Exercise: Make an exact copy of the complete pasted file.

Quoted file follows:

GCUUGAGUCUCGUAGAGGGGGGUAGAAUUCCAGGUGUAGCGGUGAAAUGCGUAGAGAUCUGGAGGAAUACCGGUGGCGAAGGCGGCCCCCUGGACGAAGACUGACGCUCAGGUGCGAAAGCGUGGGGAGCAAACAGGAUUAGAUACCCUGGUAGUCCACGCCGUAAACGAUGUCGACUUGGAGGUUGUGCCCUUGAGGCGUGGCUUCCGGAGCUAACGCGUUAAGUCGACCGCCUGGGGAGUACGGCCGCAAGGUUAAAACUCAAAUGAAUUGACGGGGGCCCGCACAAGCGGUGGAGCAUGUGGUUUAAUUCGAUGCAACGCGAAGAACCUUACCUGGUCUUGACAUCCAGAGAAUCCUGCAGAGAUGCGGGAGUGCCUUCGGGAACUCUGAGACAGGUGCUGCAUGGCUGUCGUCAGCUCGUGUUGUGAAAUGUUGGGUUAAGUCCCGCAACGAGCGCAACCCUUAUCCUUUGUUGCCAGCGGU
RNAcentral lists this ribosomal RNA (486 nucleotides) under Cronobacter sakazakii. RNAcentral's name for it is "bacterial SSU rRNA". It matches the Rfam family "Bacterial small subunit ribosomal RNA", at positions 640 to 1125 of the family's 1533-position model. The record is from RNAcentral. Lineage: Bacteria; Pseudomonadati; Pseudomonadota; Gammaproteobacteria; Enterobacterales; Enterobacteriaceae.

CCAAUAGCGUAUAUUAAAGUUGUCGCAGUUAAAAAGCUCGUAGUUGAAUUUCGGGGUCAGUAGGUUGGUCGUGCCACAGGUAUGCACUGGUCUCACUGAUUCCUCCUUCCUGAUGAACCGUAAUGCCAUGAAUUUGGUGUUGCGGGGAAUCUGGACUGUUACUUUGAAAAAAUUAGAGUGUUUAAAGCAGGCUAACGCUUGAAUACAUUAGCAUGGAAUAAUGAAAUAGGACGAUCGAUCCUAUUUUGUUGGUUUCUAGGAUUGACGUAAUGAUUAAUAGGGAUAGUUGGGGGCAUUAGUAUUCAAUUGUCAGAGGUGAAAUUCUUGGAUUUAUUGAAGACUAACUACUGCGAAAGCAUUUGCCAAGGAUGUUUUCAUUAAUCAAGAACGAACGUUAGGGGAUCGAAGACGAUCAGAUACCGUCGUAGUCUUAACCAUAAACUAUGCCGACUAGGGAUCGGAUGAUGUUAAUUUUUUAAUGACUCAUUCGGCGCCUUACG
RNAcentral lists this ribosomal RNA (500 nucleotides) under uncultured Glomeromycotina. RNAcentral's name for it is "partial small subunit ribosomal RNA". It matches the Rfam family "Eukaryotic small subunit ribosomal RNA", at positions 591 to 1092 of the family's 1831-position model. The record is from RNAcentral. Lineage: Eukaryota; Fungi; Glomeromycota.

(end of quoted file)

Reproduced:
GCUUGAGUCUCGUAGAGGGGGGUAGAAUUCCAGGUGUAGCGGUGAAAUGCGUAGAGAUCUGGAGGAAUACCGGUGGCGAAGGCGGCCCCCUGGACGAAGACUGACGCUCAGGUGCGAAAGCGUGGGGAGCAAACAGGAUUAGAUACCCUGGUAGUCCACGCCGUAAACGAUGUCGACUUGGAGGUUGUGCCCUUGAGGCGUGGCUUCCGGAGCUAACGCGUUAAGUCGACCGCCUGGGGAGUACGGCCGCAAGGUUAAAACUCAAAUGAAUUGACGGGGGCCCGCACAAGCGGUGGAGCAUGUGGUUUAAUUCGAUGCAACGCGAAGAACCUUACCUGGUCUUGACAUCCAGAGAAUCCUGCAGAGAUGCGGGAGUGCCUUCGGGAACUCUGAGACAGGUGCUGCAUGGCUGUCGUCAGCUCGUGUUGUGAAAUGUUGGGUUAAGUCCCGCAACGAGCGCAACCCUUAUCCUUUGUUGCCAGCGGU
RNAcentral lists this ribosomal RNA (486 nucleotides) under Cronobacter sakazakii. RNAcentral's name for it is "bacterial SSU rRNA". It matches the Rfam family "Bacterial small subunit ribosomal RNA", at positions 640 to 1125 of the family's 1533-position model. The record is from RNAcentral. Lineage: Bacteria; Pseudomonadati; Pseudomonadota; Gammaproteobacteria; Enterobacterales; Enterobacteriaceae.

CCAAUAGCGUAUAUUAAAGUUGUCGCAGUUAAAAAGCUCGUAGUUGAAUUUCGGGGUCAGUAGGUUGGUCGUGCCACAGGUAUGCACUGGUCUCACUGAUUCCUCCUUCCUGAUGAACCGUAAUGCCAUGAAUUUGGUGUUGCGGGGAAUCUGGACUGUUACUUUGAAAAAAUUAGAGUGUUUAAAGCAGGCUAACGCUUGAAUACAUUAGCAUGGAAUAAUGAAAUAGGACGAUCGAUCCUAUUUUGUUGGUUUCUAGGAUUGACGUAAUGAUUAAUAGGGAUAGUUGGGGGCAUUAGUAUUCAAUUGUCAGAGGUGAAAUUCUUGGAUUUAUUGAAGACUAACUACUGCGAAAGCAUUUGCCAAGGAUGUUUUCAUUAAUCAAGAACGAACGUUAGGGGAUCGAAGACGAUCAGAUACCGUCGUAGUCUUAACCAUAAACUAUGCCGACUAGGGAUCGGAUGAUGUUAAUUUUUUAAUGACUCAUUCGGCGCCUUACG
RNAcentral lists this ribosomal RNA (500 nucleotides) under uncultured Glomeromycotina. RNAcentral's name for it is "partial small subunit ribosomal RNA". It matches the Rfam family "Eukaryotic small subunit ribosomal RNA", at positions 591 to 1092 of the family's 1831-position model. The record is from RNAcentral. Lineage: Eukaryota; Fungi; Glomeromycota.